The Polish capital of Warsaw hosted a summit on Saturday, December 4th, that brought together leaders of various European conservative and right-wing parties. On this occasion, Jarosław Kaczyński, the leader of PiS, the Prawo i Sprawiedliwość (Law and Justice) party, drew attention to the German excesses regarding its predominant role within the European Union. According to Kaczyński, the new government coalition—formed around the Socialist Party (SPD), the Liberal party (FDP) and the Green—defends a dangerous vision for the European Union as it works to meet an objective of establishing a federal state that does not respect national sovereignties.
The exercise of democracy requires the support of national sovereignty in order to be fully effective. This is a basic principle that is increasingly being forgotten by European leaders, especially the Germans who are eager to create a federal state of Europe, he argued. But instituting a centralized power at a federal level would lead to uniformity and maladjustment to the national particularities of the countries that form the Union.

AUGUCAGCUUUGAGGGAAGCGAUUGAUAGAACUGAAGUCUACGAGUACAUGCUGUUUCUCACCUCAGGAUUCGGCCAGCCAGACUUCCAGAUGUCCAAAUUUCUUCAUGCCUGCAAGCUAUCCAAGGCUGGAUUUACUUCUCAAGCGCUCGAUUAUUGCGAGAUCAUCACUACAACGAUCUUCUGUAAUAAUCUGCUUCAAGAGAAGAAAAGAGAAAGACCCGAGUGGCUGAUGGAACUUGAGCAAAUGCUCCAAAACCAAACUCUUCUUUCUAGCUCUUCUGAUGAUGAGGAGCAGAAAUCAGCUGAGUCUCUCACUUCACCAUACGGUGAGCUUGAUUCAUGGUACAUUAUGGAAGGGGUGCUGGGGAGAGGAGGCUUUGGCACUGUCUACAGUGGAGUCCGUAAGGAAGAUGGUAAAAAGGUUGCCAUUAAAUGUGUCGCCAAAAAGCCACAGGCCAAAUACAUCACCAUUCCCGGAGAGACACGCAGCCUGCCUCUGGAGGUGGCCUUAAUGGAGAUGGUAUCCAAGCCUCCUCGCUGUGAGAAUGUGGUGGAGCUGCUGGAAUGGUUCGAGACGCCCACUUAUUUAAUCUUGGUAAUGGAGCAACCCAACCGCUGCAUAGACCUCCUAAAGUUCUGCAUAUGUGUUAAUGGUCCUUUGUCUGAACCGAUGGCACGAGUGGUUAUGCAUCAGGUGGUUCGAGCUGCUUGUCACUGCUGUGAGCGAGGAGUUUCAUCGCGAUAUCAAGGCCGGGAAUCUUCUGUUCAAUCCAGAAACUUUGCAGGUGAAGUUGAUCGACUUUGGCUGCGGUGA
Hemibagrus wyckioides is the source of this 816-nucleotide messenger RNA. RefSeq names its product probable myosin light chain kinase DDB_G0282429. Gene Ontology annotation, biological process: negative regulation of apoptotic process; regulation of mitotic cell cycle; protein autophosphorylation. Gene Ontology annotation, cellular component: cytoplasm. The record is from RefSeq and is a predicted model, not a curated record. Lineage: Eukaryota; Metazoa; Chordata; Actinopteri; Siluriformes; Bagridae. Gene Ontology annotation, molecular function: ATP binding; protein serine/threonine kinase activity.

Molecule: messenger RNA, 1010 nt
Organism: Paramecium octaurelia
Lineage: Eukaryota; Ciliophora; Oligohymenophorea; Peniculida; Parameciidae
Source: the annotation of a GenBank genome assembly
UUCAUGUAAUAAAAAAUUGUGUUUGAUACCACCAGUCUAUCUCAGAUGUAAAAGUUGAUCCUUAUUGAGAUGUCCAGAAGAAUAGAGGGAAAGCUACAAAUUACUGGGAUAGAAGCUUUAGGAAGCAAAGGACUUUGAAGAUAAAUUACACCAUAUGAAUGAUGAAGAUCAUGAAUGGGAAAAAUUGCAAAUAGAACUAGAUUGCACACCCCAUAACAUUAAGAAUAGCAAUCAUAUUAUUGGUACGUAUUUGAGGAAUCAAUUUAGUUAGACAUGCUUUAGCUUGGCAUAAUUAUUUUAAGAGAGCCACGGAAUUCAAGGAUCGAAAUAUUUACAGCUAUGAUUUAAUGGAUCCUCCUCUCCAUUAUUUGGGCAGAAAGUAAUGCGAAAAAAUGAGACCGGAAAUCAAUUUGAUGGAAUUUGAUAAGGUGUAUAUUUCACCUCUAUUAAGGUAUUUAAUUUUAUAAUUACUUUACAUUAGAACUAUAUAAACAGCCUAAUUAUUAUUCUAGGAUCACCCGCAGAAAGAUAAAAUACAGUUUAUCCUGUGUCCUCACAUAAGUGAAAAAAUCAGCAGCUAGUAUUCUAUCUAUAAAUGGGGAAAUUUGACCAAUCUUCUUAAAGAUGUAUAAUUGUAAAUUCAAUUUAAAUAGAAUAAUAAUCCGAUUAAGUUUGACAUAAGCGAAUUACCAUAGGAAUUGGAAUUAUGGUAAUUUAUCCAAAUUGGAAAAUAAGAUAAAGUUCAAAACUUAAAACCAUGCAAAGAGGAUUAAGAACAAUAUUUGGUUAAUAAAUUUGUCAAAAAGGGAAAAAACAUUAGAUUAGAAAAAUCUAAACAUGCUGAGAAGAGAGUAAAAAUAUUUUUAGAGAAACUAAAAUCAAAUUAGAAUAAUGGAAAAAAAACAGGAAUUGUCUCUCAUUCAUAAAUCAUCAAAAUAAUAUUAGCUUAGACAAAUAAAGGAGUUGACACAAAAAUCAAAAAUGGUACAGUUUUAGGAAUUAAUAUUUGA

Kaczyński has also more broadly denounced the grip of political correctness on the Western world, with its sneaky manner of oppressing traditional cultures and ways of life. He argues that through this moralizing discourse, Germany intends to impose its economic and political superiority. Because of its history with German aggression, Poland is extremely sensitive to any increase in power coming from Germany.
The German project of a federal Europe is not new. It is an old dream pursued by some of the founders of the European Union, and it has resurfaced more strongly in the context of the moral and political crisis of the global pandemic. The situation is of critical urgency, according to Kaczyński. He has called for the proposal of an alternative model to the German vision, based on the free collaboration of nation states as well as a positive and constructive discourse with the different parties and movements gathered at Warsaw. Such an exchange between political parties with ideological differences is necessary to retain credibility and, for the Warsaw contingent, to avoid locking themselves into an exclusively critical and negative position.